10.6 Mapping matrices

All of the methods considered so far can be expressed using a common notation.

Suppose we forecast all series independently, ignoring the aggregation constraints. We call these the base forecasts and denote them by \(\hat{\bm{y}}_h\) where \(h\) is the forecast horizon. They are stacked in the same order as the data \(\bm{y}_t\).

Then all forecasting approaches for either hierarchical or grouped structures can be represented as \[\begin{equation} \tilde{\bm{y}}_h=\bm{S}\bm{P}\hat{\bm{y}}_h, \tag{10.6} \end{equation}\] where \(\bm{P}\) is a matrix that maps the base forecasts into the bottom-level, and the summing matrix \(\bm{S}\) sums these up using the aggregation structure to produce a set of coherent forecasts \(\tilde{\bm{y}}_h\).

The \(\bm{P}\) matrix is defined according to the approach implemented. For example if the bottom-up approach is used to forecast the hierarchy of Figure 10.1, then \[\bm{P}= \begin{bmatrix} 0 & 0 & 0 & 1 & 0 & 0 & 0 & 0\\ 0 & 0 & 0 & 0 & 1 & 0 & 0 & 0\\ 0 & 0 & 0 & 0 & 0 & 1 & 0 & 0\\ 0 & 0 & 0 & 0 & 0 & 0 & 1 & 0\\ 0 & 0 & 0 & 0 & 0 & 0 & 0 & 1\\ \end{bmatrix}. \] Notice that \(\bm{P}\) contains two partitions. The first three columns zero out the base forecasts of the series above the bottom-level, while the \(m\)-dimensional identity matrix picks only the base forecasts of the bottom-level. These are then summed by the \(\bm{S}\) matrix.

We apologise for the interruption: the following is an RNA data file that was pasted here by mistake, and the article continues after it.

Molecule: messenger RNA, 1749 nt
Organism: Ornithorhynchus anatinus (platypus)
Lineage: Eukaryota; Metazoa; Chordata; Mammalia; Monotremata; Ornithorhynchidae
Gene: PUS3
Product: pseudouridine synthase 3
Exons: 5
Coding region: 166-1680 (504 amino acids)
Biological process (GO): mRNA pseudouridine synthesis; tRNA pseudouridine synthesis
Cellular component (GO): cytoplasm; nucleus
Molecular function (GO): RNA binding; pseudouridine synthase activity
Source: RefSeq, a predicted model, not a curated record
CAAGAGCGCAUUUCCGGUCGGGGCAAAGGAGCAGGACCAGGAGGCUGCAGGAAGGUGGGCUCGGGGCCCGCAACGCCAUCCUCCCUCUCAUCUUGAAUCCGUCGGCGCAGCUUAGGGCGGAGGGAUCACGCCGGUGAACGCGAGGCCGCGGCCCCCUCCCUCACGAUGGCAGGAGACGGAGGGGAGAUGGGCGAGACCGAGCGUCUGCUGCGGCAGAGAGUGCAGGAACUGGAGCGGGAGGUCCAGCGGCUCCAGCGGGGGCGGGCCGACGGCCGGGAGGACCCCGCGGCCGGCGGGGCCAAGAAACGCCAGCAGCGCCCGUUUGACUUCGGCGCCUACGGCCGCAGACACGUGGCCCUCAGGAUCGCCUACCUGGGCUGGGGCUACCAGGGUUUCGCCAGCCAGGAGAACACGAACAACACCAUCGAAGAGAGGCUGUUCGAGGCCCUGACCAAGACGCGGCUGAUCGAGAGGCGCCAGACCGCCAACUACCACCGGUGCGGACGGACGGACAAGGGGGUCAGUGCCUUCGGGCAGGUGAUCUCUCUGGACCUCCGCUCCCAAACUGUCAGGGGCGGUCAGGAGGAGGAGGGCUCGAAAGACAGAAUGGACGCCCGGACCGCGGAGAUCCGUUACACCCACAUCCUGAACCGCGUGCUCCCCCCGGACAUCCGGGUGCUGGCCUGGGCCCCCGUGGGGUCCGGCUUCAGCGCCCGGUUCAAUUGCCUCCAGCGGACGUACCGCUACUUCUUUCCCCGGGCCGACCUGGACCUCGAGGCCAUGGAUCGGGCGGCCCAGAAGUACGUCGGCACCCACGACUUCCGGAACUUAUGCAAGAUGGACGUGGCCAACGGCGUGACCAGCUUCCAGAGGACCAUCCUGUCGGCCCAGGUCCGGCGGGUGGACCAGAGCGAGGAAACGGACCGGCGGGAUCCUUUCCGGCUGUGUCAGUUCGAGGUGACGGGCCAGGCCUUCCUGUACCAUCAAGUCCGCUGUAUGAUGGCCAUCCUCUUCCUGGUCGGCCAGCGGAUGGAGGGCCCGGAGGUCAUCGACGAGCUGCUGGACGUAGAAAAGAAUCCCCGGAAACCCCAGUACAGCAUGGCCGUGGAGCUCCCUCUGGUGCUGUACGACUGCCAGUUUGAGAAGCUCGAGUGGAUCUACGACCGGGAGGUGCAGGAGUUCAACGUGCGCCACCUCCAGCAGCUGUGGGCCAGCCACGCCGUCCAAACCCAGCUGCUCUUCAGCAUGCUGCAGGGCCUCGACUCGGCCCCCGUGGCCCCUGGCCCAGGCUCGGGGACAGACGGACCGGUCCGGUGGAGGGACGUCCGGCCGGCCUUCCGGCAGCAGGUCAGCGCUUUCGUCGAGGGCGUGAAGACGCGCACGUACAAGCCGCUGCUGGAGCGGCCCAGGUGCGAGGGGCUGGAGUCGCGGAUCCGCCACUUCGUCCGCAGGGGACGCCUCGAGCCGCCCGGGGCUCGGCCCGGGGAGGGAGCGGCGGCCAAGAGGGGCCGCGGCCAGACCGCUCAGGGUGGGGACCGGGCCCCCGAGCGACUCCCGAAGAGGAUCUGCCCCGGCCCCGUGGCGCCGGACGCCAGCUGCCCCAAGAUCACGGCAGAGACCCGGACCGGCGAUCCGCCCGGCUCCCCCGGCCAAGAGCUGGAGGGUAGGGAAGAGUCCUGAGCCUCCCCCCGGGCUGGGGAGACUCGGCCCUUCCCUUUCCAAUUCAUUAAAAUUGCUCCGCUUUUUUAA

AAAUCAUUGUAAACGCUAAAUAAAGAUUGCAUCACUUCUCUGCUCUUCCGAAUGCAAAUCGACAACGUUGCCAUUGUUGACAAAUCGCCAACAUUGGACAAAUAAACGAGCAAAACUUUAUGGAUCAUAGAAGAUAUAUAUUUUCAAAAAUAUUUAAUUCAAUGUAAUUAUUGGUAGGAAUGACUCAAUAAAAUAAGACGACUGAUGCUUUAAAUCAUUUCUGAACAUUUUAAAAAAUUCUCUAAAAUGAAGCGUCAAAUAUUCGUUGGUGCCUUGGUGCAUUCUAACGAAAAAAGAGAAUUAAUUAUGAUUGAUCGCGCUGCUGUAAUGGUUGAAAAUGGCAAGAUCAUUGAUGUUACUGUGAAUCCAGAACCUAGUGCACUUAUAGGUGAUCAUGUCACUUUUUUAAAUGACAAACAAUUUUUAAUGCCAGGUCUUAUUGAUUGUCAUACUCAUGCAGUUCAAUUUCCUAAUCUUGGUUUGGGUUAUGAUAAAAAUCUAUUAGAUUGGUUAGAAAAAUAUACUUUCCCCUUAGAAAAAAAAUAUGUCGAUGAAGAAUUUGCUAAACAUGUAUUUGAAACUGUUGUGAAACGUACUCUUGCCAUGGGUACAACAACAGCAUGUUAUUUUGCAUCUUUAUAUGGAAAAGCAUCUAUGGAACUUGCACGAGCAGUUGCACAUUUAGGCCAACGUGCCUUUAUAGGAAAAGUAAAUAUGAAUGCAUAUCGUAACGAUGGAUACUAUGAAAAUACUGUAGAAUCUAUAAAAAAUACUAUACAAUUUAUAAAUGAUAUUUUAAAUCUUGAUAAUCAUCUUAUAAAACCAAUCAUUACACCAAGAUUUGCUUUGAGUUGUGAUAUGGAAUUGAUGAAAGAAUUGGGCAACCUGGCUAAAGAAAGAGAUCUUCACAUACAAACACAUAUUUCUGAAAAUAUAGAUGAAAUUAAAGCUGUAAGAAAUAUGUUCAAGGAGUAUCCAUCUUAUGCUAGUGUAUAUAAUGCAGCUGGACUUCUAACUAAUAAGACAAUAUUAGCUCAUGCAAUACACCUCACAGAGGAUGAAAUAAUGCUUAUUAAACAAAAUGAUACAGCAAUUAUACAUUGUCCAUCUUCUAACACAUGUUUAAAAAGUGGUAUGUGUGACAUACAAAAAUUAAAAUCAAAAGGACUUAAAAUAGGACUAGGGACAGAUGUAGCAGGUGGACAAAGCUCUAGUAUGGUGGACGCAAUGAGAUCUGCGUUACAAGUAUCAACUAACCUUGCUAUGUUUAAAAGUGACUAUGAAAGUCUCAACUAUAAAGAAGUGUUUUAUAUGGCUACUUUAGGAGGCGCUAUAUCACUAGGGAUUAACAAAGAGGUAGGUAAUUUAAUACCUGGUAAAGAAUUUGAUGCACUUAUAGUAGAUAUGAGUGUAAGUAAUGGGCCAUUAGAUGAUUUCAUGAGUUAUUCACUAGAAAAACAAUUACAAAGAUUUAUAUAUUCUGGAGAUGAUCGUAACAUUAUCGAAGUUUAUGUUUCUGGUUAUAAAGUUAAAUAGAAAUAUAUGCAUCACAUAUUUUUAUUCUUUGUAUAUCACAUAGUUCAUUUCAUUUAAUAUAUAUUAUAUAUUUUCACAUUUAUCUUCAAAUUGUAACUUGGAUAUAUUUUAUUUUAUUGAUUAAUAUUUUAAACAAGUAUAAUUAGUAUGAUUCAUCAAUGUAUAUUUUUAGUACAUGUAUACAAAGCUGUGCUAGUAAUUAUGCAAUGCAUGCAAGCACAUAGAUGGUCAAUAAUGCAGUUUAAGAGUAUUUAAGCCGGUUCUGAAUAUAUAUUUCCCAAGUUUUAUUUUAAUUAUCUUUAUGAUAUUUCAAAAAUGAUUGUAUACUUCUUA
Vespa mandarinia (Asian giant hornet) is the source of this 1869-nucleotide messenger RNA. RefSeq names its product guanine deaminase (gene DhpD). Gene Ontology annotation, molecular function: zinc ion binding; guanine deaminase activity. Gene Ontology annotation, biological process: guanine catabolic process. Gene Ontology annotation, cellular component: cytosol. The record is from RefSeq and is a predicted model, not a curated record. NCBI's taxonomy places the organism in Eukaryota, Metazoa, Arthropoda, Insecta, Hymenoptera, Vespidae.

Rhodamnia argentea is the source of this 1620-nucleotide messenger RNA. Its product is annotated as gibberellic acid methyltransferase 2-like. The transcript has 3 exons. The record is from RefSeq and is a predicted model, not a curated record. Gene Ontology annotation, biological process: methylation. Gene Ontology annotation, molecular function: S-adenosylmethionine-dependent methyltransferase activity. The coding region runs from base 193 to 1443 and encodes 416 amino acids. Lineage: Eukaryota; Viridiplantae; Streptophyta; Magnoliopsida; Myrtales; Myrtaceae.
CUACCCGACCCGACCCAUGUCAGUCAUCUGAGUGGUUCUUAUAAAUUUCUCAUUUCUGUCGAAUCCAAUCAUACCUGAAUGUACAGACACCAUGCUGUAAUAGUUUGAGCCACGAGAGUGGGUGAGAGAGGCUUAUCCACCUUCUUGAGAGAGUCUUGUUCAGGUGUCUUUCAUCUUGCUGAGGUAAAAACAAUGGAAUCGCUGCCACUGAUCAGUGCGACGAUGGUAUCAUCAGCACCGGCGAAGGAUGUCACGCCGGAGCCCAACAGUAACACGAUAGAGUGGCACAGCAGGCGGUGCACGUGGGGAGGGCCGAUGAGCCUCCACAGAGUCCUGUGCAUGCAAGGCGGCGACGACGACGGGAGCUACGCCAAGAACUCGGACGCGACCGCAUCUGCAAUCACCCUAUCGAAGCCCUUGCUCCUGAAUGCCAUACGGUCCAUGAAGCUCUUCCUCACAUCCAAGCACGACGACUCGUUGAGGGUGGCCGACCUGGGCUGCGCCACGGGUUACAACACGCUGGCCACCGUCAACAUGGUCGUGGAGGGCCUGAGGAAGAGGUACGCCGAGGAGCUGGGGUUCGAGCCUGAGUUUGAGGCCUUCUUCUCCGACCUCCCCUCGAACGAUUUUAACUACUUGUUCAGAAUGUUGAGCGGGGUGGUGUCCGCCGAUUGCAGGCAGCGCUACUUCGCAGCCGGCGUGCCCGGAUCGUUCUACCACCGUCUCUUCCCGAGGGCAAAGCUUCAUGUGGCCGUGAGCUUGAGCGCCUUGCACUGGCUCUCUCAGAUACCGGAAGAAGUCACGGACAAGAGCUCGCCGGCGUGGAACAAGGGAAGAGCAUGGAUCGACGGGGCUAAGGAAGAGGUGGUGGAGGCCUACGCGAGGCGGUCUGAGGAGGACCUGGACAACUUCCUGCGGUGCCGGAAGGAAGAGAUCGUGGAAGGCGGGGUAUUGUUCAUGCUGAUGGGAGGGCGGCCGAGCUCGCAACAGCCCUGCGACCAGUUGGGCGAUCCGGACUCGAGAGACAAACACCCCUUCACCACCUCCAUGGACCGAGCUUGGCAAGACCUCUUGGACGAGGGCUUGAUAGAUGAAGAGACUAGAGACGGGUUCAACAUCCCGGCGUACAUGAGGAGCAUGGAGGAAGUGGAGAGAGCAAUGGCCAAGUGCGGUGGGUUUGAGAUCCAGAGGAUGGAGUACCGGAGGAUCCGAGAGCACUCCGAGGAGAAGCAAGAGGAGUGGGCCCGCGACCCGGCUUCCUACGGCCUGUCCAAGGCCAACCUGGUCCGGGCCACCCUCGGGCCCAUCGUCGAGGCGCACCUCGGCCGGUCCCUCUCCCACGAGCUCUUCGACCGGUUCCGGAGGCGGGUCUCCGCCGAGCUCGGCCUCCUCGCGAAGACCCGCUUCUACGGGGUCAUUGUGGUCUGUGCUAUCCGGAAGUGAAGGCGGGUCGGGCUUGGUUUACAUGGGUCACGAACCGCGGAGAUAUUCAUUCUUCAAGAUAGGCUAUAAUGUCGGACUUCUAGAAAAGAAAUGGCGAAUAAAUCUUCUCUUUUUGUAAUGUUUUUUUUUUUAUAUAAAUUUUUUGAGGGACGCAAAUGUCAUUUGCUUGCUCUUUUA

If any of the top-down approaches were used then \[ \bm{P}= \begin{bmatrix} p_1 & 0 & 0 & 0 & 0 & 0 & 0 & 0\\ p_2 & 0 & 0 & 0 & 0 & 0 & 0 & 0\\ p_3 & 0 & 0 & 0 & 0 & 0 & 0 & 0\\ p_4 & 0 & 0 & 0 & 0 & 0 & 0 & 0\\ p_5 & 0 & 0 & 0 & 0 & 0 & 0 & 0\\ \end{bmatrix}. \] The first column includes the set of proportions that distribute the base forecasts of the top-level to the bottom-level. These are then summed up the hierarchy by the \(\bm{S}\) matrix. The rest of the columns zero out the base forecasts below the highest level of aggregation.

For a middle out approach, the \(\bm{P}\) matrix will be a combination of the above two. Using a set of proportions, the base forecasts of some pre-chosen level will be disaggregated to the bottom-level, all other base forecasts will be zeroed out, and the bottom-level forecasts will then summed up the hierarchy via the summing matrix.

Forecast reconciliation

We can rewrite Equation (10.6) as \[\begin{equation} \tilde{\bm{y}}_h=\bm{R}\hat{\bm{y}}_h, \tag{10.7} \end{equation}\] where \(\bm{R}=\bm{S}\bm{P}\) is a “reconciliation matrix”. That is, it takes the incoherent base forecasts \(\hat{\bm{y}}_h\), and reconciles them to produce coherent forecasts \(\tilde{\bm{y}}_h\).

In the methods discussed so far, no real reconciliation has been done because the methods have been based on forecasts from a single level of the aggregation structure, which have either been aggregated or disaggregated to obtain forecasts at all other levels. However, in general, we could use other \(\bm{P}\) matrices, and then \(\bm{R}\) will be combining and reconciling all the base forecasts in order to produce coherent forecasts.

In fact, we can find the optimal \(\bm{P}\) matrix to give the most accurate reconciled forecasts.